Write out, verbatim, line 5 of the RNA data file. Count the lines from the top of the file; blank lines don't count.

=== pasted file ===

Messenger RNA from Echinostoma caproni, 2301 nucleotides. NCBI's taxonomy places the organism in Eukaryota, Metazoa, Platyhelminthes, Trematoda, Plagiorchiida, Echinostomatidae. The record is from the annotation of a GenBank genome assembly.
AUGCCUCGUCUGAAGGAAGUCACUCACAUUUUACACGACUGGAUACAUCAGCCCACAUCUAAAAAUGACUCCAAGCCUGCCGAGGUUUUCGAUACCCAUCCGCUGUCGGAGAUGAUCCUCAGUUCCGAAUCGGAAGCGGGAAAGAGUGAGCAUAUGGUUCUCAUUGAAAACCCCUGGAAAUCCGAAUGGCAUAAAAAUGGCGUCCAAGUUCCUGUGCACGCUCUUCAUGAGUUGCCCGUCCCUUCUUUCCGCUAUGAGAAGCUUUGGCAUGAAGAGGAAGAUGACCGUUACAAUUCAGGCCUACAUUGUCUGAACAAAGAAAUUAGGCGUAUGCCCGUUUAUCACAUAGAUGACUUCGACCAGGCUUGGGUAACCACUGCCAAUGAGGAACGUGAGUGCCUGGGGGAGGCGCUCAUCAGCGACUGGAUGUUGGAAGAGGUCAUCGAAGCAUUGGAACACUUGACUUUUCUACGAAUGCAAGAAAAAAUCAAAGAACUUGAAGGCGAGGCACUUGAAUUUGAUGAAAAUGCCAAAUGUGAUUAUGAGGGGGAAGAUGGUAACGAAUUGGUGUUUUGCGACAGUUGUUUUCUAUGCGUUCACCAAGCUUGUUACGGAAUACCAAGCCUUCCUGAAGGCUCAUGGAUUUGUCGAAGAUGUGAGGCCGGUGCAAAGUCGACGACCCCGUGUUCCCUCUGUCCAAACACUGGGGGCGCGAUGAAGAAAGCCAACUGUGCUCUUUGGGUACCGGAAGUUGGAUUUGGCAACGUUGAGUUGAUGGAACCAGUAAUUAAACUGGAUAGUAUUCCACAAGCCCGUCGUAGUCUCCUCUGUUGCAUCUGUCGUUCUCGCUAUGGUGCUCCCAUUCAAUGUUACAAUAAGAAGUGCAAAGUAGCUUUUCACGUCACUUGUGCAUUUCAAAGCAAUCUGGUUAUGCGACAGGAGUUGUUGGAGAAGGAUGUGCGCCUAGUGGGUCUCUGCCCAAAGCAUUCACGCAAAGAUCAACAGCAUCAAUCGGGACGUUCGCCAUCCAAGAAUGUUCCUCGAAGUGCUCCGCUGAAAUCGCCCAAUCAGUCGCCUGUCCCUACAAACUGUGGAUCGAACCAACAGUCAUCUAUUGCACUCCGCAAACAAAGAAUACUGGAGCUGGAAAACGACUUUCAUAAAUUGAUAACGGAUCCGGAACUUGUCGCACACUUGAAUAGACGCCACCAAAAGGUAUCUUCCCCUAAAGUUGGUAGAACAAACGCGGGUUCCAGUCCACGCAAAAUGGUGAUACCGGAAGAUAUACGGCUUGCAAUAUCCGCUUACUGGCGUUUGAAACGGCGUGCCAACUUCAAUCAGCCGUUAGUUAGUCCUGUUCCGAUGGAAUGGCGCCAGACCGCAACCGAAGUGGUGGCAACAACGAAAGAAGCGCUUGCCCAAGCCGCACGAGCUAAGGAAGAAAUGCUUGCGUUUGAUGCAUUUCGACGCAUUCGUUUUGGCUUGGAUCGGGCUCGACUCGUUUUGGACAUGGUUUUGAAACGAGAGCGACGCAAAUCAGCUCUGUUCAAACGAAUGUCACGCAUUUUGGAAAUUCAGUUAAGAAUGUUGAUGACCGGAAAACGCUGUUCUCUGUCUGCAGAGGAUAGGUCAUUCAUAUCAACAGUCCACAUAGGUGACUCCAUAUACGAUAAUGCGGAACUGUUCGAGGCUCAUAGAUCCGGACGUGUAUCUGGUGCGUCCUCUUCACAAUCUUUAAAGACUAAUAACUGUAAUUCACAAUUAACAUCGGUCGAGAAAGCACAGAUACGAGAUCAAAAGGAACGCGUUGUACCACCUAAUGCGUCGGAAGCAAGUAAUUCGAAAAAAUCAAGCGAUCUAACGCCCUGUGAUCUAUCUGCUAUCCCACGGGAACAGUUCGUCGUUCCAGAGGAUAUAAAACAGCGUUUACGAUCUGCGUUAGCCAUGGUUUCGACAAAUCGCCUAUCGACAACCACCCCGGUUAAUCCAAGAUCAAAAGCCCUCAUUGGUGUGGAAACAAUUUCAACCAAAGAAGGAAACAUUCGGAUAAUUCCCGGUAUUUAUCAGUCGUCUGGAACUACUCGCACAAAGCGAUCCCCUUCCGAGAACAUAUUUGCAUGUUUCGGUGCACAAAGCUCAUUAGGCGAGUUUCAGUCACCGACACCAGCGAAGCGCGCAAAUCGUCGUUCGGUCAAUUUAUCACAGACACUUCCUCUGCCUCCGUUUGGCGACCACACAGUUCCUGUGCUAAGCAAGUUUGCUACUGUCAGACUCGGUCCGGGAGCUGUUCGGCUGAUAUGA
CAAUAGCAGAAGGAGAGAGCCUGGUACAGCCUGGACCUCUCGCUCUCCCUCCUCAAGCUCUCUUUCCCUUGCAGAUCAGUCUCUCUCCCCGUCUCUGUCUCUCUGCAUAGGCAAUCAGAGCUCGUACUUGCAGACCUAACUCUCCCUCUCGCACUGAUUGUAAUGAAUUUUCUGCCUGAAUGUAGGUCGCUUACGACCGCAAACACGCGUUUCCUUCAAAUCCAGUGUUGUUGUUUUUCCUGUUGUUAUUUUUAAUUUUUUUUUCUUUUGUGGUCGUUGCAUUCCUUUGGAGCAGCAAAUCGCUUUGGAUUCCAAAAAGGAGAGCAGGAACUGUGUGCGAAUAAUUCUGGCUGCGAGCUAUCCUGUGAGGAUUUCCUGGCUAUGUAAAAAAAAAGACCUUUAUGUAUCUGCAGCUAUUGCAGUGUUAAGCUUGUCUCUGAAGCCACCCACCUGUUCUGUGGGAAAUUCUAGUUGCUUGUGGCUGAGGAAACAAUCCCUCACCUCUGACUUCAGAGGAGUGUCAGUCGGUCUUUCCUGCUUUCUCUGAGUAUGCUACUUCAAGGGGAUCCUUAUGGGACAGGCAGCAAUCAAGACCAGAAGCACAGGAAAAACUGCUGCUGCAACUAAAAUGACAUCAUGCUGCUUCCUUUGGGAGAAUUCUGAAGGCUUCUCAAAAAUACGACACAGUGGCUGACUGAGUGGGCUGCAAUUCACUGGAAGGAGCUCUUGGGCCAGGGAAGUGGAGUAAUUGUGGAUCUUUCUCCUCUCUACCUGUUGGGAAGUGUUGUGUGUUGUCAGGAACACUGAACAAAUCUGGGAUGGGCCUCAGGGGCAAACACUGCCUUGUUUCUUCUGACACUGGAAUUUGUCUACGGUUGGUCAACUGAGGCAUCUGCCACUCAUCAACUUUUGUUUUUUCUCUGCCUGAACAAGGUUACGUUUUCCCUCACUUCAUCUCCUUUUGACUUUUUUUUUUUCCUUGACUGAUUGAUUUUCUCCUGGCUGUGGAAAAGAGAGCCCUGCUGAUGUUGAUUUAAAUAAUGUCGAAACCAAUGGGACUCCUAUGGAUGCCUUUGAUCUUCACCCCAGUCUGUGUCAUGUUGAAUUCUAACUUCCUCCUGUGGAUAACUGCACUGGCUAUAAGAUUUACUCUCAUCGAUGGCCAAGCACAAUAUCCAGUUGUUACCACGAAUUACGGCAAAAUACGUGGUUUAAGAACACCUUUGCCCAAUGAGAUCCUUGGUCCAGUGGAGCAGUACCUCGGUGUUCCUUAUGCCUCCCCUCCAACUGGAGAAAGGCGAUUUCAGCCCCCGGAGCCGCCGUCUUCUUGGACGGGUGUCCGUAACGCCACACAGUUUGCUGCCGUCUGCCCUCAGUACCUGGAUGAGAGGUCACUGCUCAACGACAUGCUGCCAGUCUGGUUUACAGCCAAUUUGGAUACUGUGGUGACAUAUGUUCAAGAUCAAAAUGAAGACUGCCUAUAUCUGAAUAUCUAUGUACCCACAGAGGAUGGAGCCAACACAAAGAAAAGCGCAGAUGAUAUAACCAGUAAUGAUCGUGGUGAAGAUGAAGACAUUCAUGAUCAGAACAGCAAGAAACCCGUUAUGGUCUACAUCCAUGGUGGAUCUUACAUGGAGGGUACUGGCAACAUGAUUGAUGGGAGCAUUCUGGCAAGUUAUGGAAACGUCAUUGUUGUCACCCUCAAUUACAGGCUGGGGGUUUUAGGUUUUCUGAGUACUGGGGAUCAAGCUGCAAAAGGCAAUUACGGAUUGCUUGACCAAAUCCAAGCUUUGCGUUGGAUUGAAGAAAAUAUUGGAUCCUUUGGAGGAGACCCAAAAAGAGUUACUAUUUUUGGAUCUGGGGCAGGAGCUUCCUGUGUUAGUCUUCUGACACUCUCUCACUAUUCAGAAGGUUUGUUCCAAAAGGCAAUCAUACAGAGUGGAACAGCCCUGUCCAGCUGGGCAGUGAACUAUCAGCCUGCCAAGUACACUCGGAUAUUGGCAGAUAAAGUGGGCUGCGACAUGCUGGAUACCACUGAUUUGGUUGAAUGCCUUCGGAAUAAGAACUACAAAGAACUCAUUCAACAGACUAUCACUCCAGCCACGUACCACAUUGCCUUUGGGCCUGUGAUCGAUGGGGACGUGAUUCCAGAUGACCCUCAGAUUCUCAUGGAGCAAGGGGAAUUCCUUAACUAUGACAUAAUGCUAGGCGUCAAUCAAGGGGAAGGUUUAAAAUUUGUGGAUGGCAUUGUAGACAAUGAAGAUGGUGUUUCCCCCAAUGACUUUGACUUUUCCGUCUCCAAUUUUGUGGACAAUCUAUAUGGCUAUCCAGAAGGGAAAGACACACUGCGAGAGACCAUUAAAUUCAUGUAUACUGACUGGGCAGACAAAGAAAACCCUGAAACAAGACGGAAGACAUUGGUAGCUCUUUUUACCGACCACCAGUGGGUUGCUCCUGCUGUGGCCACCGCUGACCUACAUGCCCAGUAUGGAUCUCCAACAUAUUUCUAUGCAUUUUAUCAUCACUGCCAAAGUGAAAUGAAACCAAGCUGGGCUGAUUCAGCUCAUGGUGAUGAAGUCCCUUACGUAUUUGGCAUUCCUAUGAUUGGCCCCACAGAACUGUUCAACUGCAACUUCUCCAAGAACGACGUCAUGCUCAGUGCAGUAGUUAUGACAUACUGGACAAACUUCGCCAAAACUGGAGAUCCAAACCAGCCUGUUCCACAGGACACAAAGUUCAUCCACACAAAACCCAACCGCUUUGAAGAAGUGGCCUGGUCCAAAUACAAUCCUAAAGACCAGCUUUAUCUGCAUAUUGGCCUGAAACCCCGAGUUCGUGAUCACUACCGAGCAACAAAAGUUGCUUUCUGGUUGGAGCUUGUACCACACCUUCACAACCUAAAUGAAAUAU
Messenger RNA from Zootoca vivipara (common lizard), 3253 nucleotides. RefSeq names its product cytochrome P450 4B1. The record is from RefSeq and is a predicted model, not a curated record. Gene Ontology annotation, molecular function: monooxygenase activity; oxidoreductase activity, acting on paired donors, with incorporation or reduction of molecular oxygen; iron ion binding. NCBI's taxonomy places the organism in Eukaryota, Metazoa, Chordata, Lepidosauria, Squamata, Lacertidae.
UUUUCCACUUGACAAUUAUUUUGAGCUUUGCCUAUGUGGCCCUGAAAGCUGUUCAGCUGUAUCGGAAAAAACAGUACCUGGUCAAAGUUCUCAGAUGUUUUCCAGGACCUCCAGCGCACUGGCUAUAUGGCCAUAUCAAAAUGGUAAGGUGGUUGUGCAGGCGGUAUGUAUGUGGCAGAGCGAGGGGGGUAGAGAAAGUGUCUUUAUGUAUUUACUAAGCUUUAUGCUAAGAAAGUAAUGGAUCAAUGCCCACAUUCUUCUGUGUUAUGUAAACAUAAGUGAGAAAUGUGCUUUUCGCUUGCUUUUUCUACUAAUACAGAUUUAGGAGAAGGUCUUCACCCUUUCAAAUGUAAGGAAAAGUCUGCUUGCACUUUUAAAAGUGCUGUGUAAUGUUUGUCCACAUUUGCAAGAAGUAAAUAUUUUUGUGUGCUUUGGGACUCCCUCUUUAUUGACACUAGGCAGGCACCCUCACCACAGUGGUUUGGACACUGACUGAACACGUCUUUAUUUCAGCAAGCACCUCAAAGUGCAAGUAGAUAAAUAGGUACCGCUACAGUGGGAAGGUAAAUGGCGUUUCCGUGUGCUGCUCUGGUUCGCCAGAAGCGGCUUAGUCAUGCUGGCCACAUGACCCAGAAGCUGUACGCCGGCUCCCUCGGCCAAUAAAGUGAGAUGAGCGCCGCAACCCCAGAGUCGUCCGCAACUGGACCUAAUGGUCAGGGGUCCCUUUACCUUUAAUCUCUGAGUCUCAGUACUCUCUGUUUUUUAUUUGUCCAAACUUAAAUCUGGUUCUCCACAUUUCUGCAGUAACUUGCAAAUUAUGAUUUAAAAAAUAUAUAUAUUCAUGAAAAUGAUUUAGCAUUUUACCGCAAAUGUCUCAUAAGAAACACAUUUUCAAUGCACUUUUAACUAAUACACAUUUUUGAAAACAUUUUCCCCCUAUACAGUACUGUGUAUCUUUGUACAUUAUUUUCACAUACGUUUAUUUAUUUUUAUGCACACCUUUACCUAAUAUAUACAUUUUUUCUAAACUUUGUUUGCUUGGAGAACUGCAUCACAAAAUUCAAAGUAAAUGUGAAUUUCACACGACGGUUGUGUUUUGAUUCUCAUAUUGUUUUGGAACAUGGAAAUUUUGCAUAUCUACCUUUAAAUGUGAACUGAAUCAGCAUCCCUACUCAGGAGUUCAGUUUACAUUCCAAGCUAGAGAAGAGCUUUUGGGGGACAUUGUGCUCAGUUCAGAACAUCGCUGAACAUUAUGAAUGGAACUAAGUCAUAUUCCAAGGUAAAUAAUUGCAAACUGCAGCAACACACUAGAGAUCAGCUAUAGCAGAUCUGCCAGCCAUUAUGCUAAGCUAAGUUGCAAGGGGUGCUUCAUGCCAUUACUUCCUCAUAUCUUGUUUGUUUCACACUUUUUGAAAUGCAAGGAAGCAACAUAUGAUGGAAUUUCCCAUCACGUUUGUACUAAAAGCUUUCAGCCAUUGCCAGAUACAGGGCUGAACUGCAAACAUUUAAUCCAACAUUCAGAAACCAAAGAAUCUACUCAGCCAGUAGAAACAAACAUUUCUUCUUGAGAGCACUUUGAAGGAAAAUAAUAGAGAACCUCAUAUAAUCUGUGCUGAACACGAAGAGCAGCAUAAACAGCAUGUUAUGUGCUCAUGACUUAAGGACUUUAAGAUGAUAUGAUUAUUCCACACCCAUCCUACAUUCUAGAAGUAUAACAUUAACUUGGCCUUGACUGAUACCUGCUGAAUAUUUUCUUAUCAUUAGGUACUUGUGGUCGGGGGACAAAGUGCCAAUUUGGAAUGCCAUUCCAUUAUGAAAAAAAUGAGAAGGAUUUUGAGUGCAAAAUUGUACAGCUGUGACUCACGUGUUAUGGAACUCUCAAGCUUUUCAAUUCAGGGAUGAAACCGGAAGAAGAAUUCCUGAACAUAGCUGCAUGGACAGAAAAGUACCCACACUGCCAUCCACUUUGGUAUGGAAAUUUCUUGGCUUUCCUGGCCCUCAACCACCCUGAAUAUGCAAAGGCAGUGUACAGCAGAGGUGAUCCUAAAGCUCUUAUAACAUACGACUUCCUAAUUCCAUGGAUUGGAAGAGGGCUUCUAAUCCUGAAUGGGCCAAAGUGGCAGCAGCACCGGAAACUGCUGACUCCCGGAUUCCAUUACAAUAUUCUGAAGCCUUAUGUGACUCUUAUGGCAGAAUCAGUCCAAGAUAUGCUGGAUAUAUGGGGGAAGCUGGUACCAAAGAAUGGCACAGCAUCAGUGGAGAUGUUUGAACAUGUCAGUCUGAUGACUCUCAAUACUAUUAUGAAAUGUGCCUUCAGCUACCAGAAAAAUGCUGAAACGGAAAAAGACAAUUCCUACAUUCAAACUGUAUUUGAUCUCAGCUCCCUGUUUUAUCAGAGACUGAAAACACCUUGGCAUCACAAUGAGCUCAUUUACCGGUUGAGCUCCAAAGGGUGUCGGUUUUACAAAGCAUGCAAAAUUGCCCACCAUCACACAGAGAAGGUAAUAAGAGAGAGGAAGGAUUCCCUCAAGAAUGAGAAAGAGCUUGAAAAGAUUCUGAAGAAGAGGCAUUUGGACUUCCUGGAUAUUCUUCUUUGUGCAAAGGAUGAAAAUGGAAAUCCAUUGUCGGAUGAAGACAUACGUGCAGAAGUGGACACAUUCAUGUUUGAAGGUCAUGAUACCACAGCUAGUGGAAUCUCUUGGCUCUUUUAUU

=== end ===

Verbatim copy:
UUUUCCACUUGACAAUUAUUUUGAGCUUUGCCUAUGUGGCCCUGAAAGCUGUUCAGCUGUAUCGGAAAAAACAGUACCUGGUCAAAGUUCUCAGAUGUUUUCCAGGACCUCCAGCGCACUGGCUAUAUGGCCAUAUCAAAAUGGUAAGGUGGUUGUGCAGGCGGUAUGUAUGUGGCAGAGCGAGGGGGGUAGAGAAAGUGUCUUUAUGUAUUUACUAAGCUUUAUGCUAAGAAAGUAAUGGAUCAAUGCCCACAUUCUUCUGUGUUAUGUAAACAUAAGUGAGAAAUGUGCUUUUCGCUUGCUUUUUCUACUAAUACAGAUUUAGGAGAAGGUCUUCACCCUUUCAAAUGUAAGGAAAAGUCUGCUUGCACUUUUAAAAGUGCUGUGUAAUGUUUGUCCACAUUUGCAAGAAGUAAAUAUUUUUGUGUGCUUUGGGACUCCCUCUUUAUUGACACUAGGCAGGCACCCUCACCACAGUGGUUUGGACACUGACUGAACACGUCUUUAUUUCAGCAAGCACCUCAAAGUGCAAGUAGAUAAAUAGGUACCGCUACAGUGGGAAGGUAAAUGGCGUUUCCGUGUGCUGCUCUGGUUCGCCAGAAGCGGCUUAGUCAUGCUGGCCACAUGACCCAGAAGCUGUACGCCGGCUCCCUCGGCCAAUAAAGUGAGAUGAGCGCCGCAACCCCAGAGUCGUCCGCAACUGGACCUAAUGGUCAGGGGUCCCUUUACCUUUAAUCUCUGAGUCUCAGUACUCUCUGUUUUUUAUUUGUCCAAACUUAAAUCUGGUUCUCCACAUUUCUGCAGUAACUUGCAAAUUAUGAUUUAAAAAAUAUAUAUAUUCAUGAAAAUGAUUUAGCAUUUUACCGCAAAUGUCUCAUAAGAAACACAUUUUCAAUGCACUUUUAACUAAUACACAUUUUUGAAAACAUUUUCCCCCUAUACAGUACUGUGUAUCUUUGUACAUUAUUUUCACAUACGUUUAUUUAUUUUUAUGCACACCUUUACCUAAUAUAUACAUUUUUUCUAAACUUUGUUUGCUUGGAGAACUGCAUCACAAAAUUCAAAGUAAAUGUGAAUUUCACACGACGGUUGUGUUUUGAUUCUCAUAUUGUUUUGGAACAUGGAAAUUUUGCAUAUCUACCUUUAAAUGUGAACUGAAUCAGCAUCCCUACUCAGGAGUUCAGUUUACAUUCCAAGCUAGAGAAGAGCUUUUGGGGGACAUUGUGCUCAGUUCAGAACAUCGCUGAACAUUAUGAAUGGAACUAAGUCAUAUUCCAAGGUAAAUAAUUGCAAACUGCAGCAACACACUAGAGAUCAGCUAUAGCAGAUCUGCCAGCCAUUAUGCUAAGCUAAGUUGCAAGGGGUGCUUCAUGCCAUUACUUCCUCAUAUCUUGUUUGUUUCACACUUUUUGAAAUGCAAGGAAGCAACAUAUGAUGGAAUUUCCCAUCACGUUUGUACUAAAAGCUUUCAGCCAUUGCCAGAUACAGGGCUGAACUGCAAACAUUUAAUCCAACAUUCAGAAACCAAAGAAUCUACUCAGCCAGUAGAAACAAACAUUUCUUCUUGAGAGCACUUUGAAGGAAAAUAAUAGAGAACCUCAUAUAAUCUGUGCUGAACACGAAGAGCAGCAUAAACAGCAUGUUAUGUGCUCAUGACUUAAGGACUUUAAGAUGAUAUGAUUAUUCCACACCCAUCCUACAUUCUAGAAGUAUAACAUUAACUUGGCCUUGACUGAUACCUGCUGAAUAUUUUCUUAUCAUUAGGUACUUGUGGUCGGGGGACAAAGUGCCAAUUUGGAAUGCCAUUCCAUUAUGAAAAAAAUGAGAAGGAUUUUGAGUGCAAAAUUGUACAGCUGUGACUCACGUGUUAUGGAACUCUCAAGCUUUUCAAUUCAGGGAUGAAACCGGAAGAAGAAUUCCUGAACAUAGCUGCAUGGACAGAAAAGUACCCACACUGCCAUCCACUUUGGUAUGGAAAUUUCUUGGCUUUCCUGGCCCUCAACCACCCUGAAUAUGCAAAGGCAGUGUACAGCAGAGGUGAUCCUAAAGCUCUUAUAACAUACGACUUCCUAAUUCCAUGGAUUGGAAGAGGGCUUCUAAUCCUGAAUGGGCCAAAGUGGCAGCAGCACCGGAAACUGCUGACUCCCGGAUUCCAUUACAAUAUUCUGAAGCCUUAUGUGACUCUUAUGGCAGAAUCAGUCCAAGAUAUGCUGGAUAUAUGGGGGAAGCUGGUACCAAAGAAUGGCACAGCAUCAGUGGAGAUGUUUGAACAUGUCAGUCUGAUGACUCUCAAUACUAUUAUGAAAUGUGCCUUCAGCUACCAGAAAAAUGCUGAAACGGAAAAAGACAAUUCCUACAUUCAAACUGUAUUUGAUCUCAGCUCCCUGUUUUAUCAGAGACUGAAAACACCUUGGCAUCACAAUGAGCUCAUUUACCGGUUGAGCUCCAAAGGGUGUCGGUUUUACAAAGCAUGCAAAAUUGCCCACCAUCACACAGAGAAGGUAAUAAGAGAGAGGAAGGAUUCCCUCAAGAAUGAGAAAGAGCUUGAAAAGAUUCUGAAGAAGAGGCAUUUGGACUUCCUGGAUAUUCUUCUUUGUGCAAAGGAUGAAAAUGGAAAUCCAUUGUCGGAUGAAGACAUACGUGCAGAAGUGGACACAUUCAUGUUUGAAGGUCAUGAUACCACAGCUAGUGGAAUCUCUUGGCUCUUUUAUU